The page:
January 8, 2012

Final Credits

Finally a huge thank-you to everyone who helped us in building our house. We could never have made it without you!

Sue Rutherford our fearless home designer who made a masterpiece out of a sketch on a napkin during our first meeting over coffee. Sue worked with us throughout the entire process and her creativity incorporated all of our crazy ideas. A huge thank you Sue. http://www.suerutherford.com

Tom Van Denend of Shelterworks who supplied the Faswall blocks that we built the house with. Tom and his company are a prime example why working locally is worth it's weight in gold. Tom kept us going and supported our efforts even when we were more than Royal Pains in your derriere! Shleterworks http://faswall.com/

Jim the cabinet maker who held fast for two years while we plodded along. I know he thought we had either perished or gone south. He accommodated all of our special requests, including everything being higher than "normal" No more bad backs from leaning over. JB Woodworks

Ben Swartzendruber our mason who helped Stan build the masonry wood stove and skinned it with natural rock. Another master craftsman who can make the drabbest of rocks look gorgeous. Ben also laid the quarzite hearth and floor in front of the stove. Ben managed to complete this job while his wife was in labour and impressed us with his baritone vocals. Ben Swartzendruber Harrisburg, OR

Trevor Storch who laid all of the reclaimed floor downstairs. We bought salvaged wood from a High School that was torn down and at that time it had plenty of green paint and chewing gum on it. His fastidious work attention to detail totally transformed the house. http://www.storchconstruction.com/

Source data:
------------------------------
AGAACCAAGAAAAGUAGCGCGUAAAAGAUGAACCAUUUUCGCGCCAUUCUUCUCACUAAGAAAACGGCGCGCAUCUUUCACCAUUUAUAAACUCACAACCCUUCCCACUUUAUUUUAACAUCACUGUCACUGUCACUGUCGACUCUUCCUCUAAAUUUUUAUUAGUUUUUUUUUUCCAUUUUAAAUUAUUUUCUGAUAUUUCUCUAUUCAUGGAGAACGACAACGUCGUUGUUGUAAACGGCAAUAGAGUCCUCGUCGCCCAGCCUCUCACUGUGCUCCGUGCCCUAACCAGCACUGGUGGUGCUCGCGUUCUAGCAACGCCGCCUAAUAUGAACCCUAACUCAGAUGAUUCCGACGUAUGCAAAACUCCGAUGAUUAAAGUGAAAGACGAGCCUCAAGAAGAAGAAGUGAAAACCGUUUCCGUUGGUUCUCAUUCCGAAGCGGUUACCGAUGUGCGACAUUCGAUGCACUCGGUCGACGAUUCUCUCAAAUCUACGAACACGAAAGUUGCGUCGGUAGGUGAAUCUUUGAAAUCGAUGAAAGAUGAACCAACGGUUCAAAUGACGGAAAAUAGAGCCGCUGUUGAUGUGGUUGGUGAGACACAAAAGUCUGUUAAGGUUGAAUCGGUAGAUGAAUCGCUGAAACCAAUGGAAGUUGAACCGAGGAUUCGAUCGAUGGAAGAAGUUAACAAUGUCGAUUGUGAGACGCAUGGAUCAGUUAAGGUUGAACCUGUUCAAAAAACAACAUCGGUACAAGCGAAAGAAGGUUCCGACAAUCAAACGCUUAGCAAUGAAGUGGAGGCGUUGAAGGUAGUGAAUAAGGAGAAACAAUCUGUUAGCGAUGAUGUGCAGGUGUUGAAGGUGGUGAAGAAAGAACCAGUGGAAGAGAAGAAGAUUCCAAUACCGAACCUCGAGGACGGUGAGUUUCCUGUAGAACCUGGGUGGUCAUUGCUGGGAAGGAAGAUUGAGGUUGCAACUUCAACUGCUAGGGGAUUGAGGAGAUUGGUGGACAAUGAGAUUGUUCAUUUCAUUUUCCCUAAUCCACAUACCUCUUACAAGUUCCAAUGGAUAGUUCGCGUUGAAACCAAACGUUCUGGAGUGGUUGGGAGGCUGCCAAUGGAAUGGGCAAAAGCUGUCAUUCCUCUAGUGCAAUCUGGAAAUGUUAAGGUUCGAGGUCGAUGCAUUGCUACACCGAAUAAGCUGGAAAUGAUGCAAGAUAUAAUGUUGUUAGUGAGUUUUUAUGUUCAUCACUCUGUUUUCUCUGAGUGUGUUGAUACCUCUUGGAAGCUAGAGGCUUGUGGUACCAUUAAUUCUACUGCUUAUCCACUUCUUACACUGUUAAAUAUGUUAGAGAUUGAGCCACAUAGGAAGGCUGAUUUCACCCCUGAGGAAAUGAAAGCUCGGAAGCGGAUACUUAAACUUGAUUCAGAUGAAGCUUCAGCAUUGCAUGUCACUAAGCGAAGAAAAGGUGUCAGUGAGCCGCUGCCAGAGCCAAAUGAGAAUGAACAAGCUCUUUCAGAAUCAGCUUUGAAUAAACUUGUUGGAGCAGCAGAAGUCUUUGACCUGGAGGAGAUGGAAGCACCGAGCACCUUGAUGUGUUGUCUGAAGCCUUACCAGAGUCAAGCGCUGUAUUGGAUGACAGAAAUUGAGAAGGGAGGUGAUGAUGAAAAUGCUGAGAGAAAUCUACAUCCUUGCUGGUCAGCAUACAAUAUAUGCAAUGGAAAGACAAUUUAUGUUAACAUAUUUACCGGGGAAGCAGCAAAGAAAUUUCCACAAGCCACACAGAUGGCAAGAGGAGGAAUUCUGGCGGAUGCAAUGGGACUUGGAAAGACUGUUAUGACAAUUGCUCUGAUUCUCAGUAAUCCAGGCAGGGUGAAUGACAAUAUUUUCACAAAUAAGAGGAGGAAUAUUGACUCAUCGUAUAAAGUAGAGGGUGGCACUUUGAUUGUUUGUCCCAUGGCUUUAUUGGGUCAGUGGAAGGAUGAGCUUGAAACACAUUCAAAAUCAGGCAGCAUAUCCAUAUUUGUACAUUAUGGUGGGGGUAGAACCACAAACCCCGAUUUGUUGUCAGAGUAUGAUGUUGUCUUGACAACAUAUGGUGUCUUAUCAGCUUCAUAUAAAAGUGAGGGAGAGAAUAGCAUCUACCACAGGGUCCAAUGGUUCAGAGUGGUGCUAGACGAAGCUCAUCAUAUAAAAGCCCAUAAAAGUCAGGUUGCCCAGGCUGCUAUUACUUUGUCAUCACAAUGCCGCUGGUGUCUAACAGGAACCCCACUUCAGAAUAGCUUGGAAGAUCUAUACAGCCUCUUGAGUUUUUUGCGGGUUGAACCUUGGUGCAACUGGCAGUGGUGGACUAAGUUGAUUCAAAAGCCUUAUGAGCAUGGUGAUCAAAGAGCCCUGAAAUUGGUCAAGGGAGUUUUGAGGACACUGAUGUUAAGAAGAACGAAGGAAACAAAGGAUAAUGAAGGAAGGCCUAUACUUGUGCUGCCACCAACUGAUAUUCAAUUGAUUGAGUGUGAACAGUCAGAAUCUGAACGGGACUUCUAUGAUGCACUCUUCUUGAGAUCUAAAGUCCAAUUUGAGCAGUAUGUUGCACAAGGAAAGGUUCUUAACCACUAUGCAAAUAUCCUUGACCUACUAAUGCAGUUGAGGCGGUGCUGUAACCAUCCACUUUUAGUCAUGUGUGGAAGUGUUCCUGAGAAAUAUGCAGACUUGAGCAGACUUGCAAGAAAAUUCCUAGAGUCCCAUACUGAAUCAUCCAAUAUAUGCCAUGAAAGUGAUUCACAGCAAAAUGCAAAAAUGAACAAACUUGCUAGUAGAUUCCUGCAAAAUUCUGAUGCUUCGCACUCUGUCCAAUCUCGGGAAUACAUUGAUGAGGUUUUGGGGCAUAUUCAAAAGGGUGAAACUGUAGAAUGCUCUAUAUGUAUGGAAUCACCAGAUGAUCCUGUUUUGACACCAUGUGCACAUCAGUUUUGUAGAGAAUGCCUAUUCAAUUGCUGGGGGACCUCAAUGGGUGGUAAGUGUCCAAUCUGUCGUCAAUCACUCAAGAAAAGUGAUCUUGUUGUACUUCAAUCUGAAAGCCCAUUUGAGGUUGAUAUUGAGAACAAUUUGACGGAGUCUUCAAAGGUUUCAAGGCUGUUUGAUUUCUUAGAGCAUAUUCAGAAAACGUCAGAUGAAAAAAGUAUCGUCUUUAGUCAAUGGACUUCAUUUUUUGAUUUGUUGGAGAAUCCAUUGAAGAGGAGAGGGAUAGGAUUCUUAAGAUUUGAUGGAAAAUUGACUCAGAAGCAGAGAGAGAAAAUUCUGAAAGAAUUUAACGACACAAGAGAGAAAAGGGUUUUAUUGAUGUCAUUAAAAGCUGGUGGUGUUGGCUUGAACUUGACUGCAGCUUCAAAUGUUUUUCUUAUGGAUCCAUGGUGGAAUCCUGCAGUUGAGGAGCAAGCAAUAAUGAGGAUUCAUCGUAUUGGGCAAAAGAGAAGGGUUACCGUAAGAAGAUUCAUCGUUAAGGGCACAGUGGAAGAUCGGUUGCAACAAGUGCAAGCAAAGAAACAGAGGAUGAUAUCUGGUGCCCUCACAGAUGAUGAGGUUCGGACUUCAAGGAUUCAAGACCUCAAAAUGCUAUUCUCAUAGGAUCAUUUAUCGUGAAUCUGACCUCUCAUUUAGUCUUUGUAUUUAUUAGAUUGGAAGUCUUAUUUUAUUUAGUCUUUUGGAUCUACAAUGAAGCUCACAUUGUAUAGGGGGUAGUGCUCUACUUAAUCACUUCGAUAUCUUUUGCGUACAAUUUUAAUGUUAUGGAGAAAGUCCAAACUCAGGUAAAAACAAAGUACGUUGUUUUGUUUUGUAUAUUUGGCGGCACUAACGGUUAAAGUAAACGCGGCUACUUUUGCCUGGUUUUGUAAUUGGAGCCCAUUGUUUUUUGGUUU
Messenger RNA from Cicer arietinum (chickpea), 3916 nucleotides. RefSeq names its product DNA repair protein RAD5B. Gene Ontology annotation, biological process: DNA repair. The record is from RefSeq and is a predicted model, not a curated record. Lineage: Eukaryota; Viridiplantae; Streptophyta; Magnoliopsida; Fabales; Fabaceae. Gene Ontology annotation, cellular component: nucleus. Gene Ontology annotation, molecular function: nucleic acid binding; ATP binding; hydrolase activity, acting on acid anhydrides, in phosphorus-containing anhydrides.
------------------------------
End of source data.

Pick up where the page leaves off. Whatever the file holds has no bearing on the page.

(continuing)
Ryland Thompson for building a magnificent staricase and working with Sarah who was practically clueless in the beginning of this project. Incorporating metal with wood was a good choice and your efforts to come up with a design to fit our house worked all the way to the top floor and beyond. http://rylandethompson.com/

The CRAFTful dodgers Natanya Sabel and Joshua Klyber of Living Walls who were responsible for getting us plastered inside and out! Your expertise working with clay and plaster was monumental and we loved having you on site. http://livingwallspdx.com

Stan Homola of MasterCraft Masonry who custom built the core unit for our main heat source. Wonderful mature gentleman and so sweet to work with. Stan Homola http://www.mastercraftmasonry.net/

James Reismiller of Abundant Solar who waited and waited for us to finish so that he could install solar panels. James made his job look like child's work and saved us a bundle in tax credits and rebates. We like living with our net metering system. http://www.abundantsolar.com/

Alan Butts. Butts Electric. Not only a terrific electrician but really knows how to throw a party. We loved the band! Alan Butts http://www.buttselectric.com/